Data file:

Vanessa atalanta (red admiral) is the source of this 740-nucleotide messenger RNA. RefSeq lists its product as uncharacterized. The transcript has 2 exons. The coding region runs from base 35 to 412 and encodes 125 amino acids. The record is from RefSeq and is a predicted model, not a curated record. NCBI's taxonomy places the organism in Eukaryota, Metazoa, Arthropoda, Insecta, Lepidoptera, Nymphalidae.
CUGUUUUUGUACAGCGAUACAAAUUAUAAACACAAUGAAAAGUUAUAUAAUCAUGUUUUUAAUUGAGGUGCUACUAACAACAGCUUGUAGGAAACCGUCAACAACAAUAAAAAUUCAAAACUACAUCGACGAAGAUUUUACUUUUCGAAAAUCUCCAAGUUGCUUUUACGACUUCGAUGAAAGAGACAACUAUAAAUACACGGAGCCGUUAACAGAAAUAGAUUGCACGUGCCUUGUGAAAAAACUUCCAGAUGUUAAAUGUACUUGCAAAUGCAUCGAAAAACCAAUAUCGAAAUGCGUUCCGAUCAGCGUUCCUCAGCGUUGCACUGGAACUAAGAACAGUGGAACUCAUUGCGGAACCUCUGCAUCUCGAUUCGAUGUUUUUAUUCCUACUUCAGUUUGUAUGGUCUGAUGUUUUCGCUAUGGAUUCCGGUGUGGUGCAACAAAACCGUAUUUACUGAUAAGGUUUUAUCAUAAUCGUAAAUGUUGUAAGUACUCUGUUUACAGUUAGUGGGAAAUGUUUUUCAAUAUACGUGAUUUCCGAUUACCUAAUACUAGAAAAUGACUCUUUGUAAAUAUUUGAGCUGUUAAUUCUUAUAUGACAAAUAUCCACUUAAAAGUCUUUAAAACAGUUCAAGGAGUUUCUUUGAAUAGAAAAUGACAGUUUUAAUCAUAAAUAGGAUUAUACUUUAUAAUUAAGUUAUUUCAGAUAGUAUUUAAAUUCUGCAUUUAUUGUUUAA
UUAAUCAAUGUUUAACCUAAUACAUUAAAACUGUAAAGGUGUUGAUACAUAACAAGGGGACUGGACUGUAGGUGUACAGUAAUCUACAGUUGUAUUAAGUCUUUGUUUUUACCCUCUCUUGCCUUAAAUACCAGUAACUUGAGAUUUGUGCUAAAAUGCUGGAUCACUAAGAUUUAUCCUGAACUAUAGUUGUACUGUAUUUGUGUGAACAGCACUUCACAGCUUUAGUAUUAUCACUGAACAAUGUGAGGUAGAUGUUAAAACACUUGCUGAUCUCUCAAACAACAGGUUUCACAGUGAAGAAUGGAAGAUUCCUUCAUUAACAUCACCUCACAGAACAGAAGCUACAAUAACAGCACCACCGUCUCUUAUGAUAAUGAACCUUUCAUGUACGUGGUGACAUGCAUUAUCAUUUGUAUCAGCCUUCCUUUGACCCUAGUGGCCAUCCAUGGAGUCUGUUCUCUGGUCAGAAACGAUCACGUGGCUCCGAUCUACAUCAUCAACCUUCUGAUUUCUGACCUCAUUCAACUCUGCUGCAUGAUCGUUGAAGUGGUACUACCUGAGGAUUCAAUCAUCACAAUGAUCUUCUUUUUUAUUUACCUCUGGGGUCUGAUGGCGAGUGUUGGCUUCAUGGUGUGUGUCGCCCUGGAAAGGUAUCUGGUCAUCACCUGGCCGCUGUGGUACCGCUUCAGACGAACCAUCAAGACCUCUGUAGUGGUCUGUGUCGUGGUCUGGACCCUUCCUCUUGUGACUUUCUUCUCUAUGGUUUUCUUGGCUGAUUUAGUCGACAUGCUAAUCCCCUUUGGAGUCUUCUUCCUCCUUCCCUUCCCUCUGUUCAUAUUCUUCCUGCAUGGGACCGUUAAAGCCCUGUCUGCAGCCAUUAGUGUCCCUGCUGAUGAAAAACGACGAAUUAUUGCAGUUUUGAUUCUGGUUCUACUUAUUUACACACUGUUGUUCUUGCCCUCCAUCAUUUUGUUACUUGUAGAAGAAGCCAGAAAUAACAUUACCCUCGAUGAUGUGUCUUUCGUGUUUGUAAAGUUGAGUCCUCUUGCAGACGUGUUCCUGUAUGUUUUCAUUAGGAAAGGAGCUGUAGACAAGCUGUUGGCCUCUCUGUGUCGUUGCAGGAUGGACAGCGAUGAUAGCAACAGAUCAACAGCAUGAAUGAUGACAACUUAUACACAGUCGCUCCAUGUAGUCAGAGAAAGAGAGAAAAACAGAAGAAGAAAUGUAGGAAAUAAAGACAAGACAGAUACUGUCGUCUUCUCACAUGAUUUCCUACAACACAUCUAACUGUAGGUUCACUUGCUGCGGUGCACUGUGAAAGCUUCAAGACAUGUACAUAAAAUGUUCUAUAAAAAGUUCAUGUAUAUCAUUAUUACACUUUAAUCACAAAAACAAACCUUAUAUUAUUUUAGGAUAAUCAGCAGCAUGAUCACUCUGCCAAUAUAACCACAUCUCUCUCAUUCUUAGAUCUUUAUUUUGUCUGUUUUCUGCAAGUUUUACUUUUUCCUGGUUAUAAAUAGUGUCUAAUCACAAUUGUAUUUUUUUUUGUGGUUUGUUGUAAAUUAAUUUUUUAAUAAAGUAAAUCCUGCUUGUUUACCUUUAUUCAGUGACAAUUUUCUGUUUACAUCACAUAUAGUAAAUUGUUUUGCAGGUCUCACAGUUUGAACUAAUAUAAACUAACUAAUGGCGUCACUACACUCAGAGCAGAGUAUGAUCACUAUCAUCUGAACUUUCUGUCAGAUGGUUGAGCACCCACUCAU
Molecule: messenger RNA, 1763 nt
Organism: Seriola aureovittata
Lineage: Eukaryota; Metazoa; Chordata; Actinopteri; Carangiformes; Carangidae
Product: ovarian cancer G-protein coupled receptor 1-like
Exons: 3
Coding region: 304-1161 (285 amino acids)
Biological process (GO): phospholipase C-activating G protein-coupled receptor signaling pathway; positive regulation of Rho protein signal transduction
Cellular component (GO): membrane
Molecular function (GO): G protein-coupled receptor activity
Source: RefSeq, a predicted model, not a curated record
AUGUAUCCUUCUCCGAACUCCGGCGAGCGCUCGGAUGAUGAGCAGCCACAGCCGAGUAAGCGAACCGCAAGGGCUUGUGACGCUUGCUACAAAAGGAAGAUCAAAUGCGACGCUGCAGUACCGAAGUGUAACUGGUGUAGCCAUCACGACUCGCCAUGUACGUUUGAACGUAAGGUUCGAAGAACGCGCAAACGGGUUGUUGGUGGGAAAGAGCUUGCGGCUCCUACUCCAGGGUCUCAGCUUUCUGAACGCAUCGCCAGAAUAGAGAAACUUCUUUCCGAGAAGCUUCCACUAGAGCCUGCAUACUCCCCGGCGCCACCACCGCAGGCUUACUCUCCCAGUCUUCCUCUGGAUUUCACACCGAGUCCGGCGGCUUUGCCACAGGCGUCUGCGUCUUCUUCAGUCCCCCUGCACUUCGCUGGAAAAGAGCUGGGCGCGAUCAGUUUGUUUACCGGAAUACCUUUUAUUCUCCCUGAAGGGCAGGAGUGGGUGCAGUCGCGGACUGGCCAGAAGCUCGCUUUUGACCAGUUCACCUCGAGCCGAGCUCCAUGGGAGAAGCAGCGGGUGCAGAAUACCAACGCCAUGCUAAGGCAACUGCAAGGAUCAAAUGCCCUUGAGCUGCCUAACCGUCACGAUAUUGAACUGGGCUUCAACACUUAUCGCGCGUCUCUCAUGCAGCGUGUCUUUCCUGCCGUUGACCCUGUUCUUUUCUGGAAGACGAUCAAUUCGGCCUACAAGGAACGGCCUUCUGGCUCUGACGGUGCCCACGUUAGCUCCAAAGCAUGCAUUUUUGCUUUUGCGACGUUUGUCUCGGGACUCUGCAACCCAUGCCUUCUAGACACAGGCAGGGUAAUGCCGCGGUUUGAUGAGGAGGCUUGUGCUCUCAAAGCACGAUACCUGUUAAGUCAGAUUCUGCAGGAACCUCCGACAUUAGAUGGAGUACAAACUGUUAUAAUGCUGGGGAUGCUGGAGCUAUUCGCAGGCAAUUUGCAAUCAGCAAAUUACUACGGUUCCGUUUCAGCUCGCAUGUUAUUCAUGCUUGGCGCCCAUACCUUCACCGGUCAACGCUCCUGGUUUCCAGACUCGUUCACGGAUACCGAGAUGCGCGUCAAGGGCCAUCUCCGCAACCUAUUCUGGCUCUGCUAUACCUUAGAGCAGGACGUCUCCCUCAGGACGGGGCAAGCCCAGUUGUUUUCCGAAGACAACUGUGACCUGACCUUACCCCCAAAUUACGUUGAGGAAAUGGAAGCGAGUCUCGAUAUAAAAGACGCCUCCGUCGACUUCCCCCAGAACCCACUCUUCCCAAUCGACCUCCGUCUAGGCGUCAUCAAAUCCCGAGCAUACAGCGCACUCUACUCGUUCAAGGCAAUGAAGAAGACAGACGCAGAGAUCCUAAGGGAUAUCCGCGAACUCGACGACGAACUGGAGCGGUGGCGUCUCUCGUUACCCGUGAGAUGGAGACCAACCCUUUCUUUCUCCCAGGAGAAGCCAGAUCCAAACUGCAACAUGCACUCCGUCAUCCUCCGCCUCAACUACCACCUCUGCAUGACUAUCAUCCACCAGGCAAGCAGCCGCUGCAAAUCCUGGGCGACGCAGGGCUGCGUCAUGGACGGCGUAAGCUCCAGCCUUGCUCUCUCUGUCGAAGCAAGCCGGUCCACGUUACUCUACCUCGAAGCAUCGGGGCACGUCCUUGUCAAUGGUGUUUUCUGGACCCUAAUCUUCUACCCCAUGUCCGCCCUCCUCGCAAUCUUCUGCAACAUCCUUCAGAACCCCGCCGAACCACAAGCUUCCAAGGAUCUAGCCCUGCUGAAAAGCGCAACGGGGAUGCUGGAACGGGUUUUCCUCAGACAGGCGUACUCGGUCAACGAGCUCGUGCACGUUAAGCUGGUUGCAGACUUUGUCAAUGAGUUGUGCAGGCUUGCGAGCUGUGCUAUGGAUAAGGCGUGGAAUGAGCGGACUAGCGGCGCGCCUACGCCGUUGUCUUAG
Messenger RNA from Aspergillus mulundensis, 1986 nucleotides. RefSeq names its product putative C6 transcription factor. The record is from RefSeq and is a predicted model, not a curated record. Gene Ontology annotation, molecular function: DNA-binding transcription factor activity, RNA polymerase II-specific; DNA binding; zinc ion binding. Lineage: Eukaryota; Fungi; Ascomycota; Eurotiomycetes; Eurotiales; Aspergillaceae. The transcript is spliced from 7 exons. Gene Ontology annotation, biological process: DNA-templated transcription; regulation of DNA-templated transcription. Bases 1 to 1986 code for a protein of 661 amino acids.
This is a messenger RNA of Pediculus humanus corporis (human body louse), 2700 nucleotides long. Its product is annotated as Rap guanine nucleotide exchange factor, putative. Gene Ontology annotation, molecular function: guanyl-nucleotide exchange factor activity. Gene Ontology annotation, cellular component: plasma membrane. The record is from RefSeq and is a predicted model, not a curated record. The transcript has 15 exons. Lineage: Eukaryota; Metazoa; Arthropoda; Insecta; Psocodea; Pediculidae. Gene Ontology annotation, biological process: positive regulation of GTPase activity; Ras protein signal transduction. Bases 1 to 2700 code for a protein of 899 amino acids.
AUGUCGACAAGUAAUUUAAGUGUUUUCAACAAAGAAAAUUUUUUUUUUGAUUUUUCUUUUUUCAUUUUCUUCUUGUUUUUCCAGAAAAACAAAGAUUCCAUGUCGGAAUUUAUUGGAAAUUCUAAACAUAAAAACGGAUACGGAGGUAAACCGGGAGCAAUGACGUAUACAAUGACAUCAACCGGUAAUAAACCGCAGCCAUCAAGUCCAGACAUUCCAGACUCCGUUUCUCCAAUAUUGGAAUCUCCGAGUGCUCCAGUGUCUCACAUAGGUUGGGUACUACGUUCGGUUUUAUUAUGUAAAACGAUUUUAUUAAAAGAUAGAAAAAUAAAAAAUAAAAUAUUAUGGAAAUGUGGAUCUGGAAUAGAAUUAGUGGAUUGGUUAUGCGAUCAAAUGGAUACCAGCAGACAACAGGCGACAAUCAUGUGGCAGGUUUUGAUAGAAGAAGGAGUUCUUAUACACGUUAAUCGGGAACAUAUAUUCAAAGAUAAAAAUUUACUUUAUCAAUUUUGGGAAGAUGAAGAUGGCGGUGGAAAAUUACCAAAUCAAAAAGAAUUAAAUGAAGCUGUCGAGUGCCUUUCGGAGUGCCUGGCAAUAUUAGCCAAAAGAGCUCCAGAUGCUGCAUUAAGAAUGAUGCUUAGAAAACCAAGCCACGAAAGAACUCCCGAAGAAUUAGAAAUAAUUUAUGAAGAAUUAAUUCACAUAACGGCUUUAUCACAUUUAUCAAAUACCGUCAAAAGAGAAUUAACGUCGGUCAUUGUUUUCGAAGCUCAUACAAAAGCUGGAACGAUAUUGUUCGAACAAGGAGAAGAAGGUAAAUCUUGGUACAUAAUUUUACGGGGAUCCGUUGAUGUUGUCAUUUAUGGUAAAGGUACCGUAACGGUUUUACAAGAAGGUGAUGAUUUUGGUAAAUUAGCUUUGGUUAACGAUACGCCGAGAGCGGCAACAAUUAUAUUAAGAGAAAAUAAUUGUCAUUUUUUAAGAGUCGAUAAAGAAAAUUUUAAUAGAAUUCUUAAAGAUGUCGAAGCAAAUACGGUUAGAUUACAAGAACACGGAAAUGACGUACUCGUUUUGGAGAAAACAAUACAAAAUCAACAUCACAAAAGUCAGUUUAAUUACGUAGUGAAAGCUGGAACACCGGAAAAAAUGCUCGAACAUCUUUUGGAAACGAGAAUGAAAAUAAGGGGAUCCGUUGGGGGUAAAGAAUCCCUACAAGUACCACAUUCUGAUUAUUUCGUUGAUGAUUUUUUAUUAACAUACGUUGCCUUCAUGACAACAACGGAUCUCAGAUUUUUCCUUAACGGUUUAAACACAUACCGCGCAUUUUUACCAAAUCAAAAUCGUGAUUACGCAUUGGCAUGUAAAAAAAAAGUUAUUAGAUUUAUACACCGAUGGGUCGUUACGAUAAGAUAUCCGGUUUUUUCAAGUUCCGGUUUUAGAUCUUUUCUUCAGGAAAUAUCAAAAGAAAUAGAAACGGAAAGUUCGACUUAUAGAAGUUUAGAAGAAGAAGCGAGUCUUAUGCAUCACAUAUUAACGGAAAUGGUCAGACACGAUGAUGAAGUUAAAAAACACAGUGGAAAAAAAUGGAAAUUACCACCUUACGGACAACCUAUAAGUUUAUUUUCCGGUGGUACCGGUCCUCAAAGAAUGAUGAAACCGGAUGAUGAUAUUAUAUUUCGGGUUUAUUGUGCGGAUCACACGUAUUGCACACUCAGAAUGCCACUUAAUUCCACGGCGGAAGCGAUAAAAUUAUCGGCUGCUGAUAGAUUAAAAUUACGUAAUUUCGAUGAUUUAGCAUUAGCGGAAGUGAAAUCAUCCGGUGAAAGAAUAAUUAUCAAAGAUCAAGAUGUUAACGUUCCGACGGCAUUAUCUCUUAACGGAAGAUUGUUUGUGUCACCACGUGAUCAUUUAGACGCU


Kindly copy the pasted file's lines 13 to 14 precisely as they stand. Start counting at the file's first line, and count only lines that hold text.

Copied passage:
Source: RefSeq, a predicted model, not a curated record
AUGUAUCCUUCUCCGAACUCCGGCGAGCGCUCGGAUGAUGAGCAGCCACAGCCGAGUAAGCGAACCGCAAGGGCUUGUGACGCUUGCUACAAAAGGAAGAUCAAAUGCGACGCUGCAGUACCGAAGUGUAACUGGUGUAGCCAUCACGACUCGCCAUGUACGUUUGAACGUAAGGUUCGAAGAACGCGCAAACGGGUUGUUGGUGGGAAAGAGCUUGCGGCUCCUACUCCAGGGUCUCAGCUUUCUGAACGCAUCGCCAGAAUAGAGAAACUUCUUUCCGAGAAGCUUCCACUAGAGCCUGCAUACUCCCCGGCGCCACCACCGCAGGCUUACUCUCCCAGUCUUCCUCUGGAUUUCACACCGAGUCCGGCGGCUUUGCCACAGGCGUCUGCGUCUUCUUCAGUCCCCCUGCACUUCGCUGGAAAAGAGCUGGGCGCGAUCAGUUUGUUUACCGGAAUACCUUUUAUUCUCCCUGAAGGGCAGGAGUGGGUGCAGUCGCGGACUGGCCAGAAGCUCGCUUUUGACCAGUUCACCUCGAGCCGAGCUCCAUGGGAGAAGCAGCGGGUGCAGAAUACCAACGCCAUGCUAAGGCAACUGCAAGGAUCAAAUGCCCUUGAGCUGCCUAACCGUCACGAUAUUGAACUGGGCUUCAACACUUAUCGCGCGUCUCUCAUGCAGCGUGUCUUUCCUGCCGUUGACCCUGUUCUUUUCUGGAAGACGAUCAAUUCGGCCUACAAGGAACGGCCUUCUGGCUCUGACGGUGCCCACGUUAGCUCCAAAGCAUGCAUUUUUGCUUUUGCGACGUUUGUCUCGGGACUCUGCAACCCAUGCCUUCUAGACACAGGCAGGGUAAUGCCGCGGUUUGAUGAGGAGGCUUGUGCUCUCAAAGCACGAUACCUGUUAAGUCAGAUUCUGCAGGAACCUCCGACAUUAGAUGGAGUACAAACUGUUAUAAUGCUGGGGAUGCUGGAGCUAUUCGCAGGCAAUUUGCAAUCAGCAAAUUACUACGGUUCCGUUUCAGCUCGCAUGUUAUUCAUGCUUGGCGCCCAUACCUUCACCGGUCAACGCUCCUGGUUUCCAGACUCGUUCACGGAUACCGAGAUGCGCGUCAAGGGCCAUCUCCGCAACCUAUUCUGGCUCUGCUAUACCUUAGAGCAGGACGUCUCCCUCAGGACGGGGCAAGCCCAGUUGUUUUCCGAAGACAACUGUGACCUGACCUUACCCCCAAAUUACGUUGAGGAAAUGGAAGCGAGUCUCGAUAUAAAAGACGCCUCCGUCGACUUCCCCCAGAACCCACUCUUCCCAAUCGACCUCCGUCUAGGCGUCAUCAAAUCCCGAGCAUACAGCGCACUCUACUCGUUCAAGGCAAUGAAGAAGACAGACGCAGAGAUCCUAAGGGAUAUCCGCGAACUCGACGACGAACUGGAGCGGUGGCGUCUCUCGUUACCCGUGAGAUGGAGACCAACCCUUUCUUUCUCCCAGGAGAAGCCAGAUCCAAACUGCAACAUGCACUCCGUCAUCCUCCGCCUCAACUACCACCUCUGCAUGACUAUCAUCCACCAGGCAAGCAGCCGCUGCAAAUCCUGGGCGACGCAGGGCUGCGUCAUGGACGGCGUAAGCUCCAGCCUUGCUCUCUCUGUCGAAGCAAGCCGGUCCACGUUACUCUACCUCGAAGCAUCGGGGCACGUCCUUGUCAAUGGUGUUUUCUGGACCCUAAUCUUCUACCCCAUGUCCGCCCUCCUCGCAAUCUUCUGCAACAUCCUUCAGAACCCCGCCGAACCACAAGCUUCCAAGGAUCUAGCCCUGCUGAAAAGCGCAACGGGGAUGCUGGAACGGGUUUUCCUCAGACAGGCGUACUCGGUCAACGAGCUCGUGCACGUUAAGCUGGUUGCAGACUUUGUCAAUGAGUUGUGCAGGCUUGCGAGCUGUGCUAUGGAUAAGGCGUGGAAUGAGCGGACUAGCGGCGCGCCUACGCCGUUGUCUUAG